Reprinted from The Guardian
At this point, the scientists who run the Intergovernmental Panel on Climate Change must feel like it's time to trade their satellites, their carefully calibrated thermometers and spectrometers, their finely tuned computer models -- all of them for a thesaurus. Surely, somewhere, there must be words that will prompt the world's leaders to act.
This week, with the release of their new synthesis report, they are trying the words "severe, widespread, and irreversible" to describe the effects of climate change -- which for scientists, conservative by nature, falls just short of announcing that climate change will produce a zombie apocalypse plus random beheadings plus Ebola. It's hard to imagine how they will up the language in time for the next big global confab in Paris.
But even with all that, this new document -- actually a synthesis of three big working group reports released over the last year -- almost certainly underestimates the actual severity of the situation. As the Washington Post pointed out this week, past reports have always tried to err on the side of understatement; it's a particular problem with sea level rise, since the current IPCC document does not even include the finding in May that the great Antarctic ice sheets have begun to melt. (The studies were published after the IPCC's cutoff date.)
But when you get right down to it, who cares? The scientists have done their job; no sentient person, including Republican Senate candidates, can any longer believe in their heart of hearts that there's not a problem here. The scientific method has triumphed: over a quarter of a century, researchers have reached astonishing consensus on a basic problem in chemistry and physics.
And the engineers have done just as well. The price of a solar panel has dropped by more than 90% over the last 25 years, and continues to plummet. In the few places they have actually been deployed at scale, the results are astonishing: there were days this summer when Germany generated 75% of its power from the wind and the sun.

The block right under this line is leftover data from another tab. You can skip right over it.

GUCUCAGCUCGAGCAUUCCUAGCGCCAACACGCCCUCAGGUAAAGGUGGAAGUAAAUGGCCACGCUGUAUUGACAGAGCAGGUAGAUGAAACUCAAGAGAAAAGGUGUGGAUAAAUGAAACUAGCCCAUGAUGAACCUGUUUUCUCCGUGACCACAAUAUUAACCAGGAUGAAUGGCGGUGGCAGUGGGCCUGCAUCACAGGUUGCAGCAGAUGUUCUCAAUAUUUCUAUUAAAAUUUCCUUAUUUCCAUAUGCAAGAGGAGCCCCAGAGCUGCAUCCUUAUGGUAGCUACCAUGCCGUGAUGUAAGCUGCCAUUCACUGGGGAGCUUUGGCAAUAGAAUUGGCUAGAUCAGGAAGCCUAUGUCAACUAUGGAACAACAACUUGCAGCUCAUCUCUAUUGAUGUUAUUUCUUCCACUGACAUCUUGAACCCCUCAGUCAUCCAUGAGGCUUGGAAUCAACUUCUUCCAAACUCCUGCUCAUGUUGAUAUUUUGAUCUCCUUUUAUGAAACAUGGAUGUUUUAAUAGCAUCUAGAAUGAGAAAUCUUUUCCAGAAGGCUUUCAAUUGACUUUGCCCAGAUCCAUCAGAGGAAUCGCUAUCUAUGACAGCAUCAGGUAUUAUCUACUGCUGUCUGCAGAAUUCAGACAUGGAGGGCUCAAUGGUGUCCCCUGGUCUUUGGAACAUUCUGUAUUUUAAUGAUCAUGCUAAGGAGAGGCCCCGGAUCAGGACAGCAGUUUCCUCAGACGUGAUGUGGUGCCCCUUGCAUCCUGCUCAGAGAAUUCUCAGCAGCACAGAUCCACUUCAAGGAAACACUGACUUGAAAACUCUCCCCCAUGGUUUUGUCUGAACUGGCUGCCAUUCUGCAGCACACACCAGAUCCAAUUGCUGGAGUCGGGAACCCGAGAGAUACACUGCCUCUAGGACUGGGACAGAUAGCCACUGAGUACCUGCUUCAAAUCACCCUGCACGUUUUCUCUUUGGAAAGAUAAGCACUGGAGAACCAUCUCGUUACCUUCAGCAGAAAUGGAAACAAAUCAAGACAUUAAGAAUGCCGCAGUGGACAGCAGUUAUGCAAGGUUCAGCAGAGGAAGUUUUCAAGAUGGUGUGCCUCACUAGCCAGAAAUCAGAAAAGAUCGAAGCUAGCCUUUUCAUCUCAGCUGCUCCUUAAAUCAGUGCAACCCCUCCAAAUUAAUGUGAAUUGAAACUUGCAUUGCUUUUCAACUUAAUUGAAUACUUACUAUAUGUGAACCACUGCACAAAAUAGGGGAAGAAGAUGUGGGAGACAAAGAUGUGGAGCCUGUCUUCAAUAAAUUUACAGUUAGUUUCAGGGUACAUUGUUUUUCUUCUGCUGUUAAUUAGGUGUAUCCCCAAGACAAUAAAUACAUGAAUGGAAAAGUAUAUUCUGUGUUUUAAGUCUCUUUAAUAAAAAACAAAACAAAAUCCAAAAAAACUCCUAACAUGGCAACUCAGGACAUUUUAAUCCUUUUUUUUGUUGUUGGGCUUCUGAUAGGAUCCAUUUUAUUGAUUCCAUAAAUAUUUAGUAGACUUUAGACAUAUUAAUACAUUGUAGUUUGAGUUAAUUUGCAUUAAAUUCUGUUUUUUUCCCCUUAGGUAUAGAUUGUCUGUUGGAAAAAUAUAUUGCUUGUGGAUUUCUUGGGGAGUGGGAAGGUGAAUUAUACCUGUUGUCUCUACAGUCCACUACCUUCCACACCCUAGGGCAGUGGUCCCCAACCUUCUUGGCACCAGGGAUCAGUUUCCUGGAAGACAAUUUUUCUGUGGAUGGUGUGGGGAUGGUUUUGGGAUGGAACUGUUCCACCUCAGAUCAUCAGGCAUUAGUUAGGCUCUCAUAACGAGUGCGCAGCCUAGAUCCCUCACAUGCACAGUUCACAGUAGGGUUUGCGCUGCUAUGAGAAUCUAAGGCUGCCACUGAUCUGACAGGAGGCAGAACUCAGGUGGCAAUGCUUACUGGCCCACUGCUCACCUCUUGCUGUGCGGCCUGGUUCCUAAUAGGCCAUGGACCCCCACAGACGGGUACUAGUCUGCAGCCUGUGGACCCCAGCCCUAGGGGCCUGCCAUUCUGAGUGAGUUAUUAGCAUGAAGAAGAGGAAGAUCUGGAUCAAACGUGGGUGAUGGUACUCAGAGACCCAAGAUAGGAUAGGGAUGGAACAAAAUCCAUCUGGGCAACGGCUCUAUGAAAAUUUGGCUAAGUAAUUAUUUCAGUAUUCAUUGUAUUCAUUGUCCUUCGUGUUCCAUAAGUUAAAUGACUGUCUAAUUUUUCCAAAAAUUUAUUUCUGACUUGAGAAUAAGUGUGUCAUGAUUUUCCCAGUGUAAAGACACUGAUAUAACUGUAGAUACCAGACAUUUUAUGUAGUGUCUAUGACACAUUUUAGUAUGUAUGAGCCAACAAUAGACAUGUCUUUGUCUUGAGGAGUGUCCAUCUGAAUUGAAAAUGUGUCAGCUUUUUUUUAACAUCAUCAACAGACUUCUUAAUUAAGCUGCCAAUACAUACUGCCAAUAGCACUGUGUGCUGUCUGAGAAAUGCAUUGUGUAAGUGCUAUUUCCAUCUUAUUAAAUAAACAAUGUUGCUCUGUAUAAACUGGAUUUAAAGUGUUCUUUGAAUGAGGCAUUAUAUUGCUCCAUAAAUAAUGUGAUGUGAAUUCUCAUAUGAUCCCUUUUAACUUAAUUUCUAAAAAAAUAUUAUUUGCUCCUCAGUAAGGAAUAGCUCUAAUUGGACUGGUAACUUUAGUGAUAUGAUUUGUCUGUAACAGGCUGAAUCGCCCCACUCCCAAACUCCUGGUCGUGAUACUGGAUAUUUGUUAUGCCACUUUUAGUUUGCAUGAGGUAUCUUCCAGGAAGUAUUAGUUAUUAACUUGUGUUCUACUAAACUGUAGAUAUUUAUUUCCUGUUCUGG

As opposed to the rest of the world, where the fossil fuel industry has produced an enormous amount of fear in the political class, and kept things from changing. Their vast piles of money have so far weighed more in the political balance than the vast piles of data accumulated by the scientists. In fact, the IPCC can calculate the size of the gap with great exactness. To get on the right track, they estimate, the world would have to cut fossil fuel investments annually between now and 2029, and use the money instead to push the pace of renewables.
That is a hard task, but not an impossible one. Indeed, the people's movement symbolized by September's mammoth climate march in New York, has begun to make an impact in dollars and cents. A new report this week shows that by delaying the Keystone pipeline in North America protesters have prevented at least $17bn (10.6bn) in new investments in the tar sands of Canada -- investments that would have produced carbon equivalent to 735 coal-fired power plants. That's pretty good work.
Our political leaders could do much more, of course. If they put a serious price on carbon, we would move quickly out of the fossil fuel age and into the renewable future. But that won't happen until we break the power of the fossil fuel industry. That's why it's very good news that divestment campaigners have been winning victories on one continent after another, as universities from Stanford to Sydney to Glasgow start selling their fossil fuel stocks in protest -- hey, even the Rockefeller Brothers fund, heir to the greatest oil fortune ever, have joined in the fight.
Breaking the power of the fossil fuel industry won't be easy, especially since it has to happen fast. It has to happen, in fact, before the carbon we've unleashed into the atmosphere breaks the planet. I'm not certain we'll win this fight -- but, thanks to the IPCC, no one will ever be able to say they weren't warned.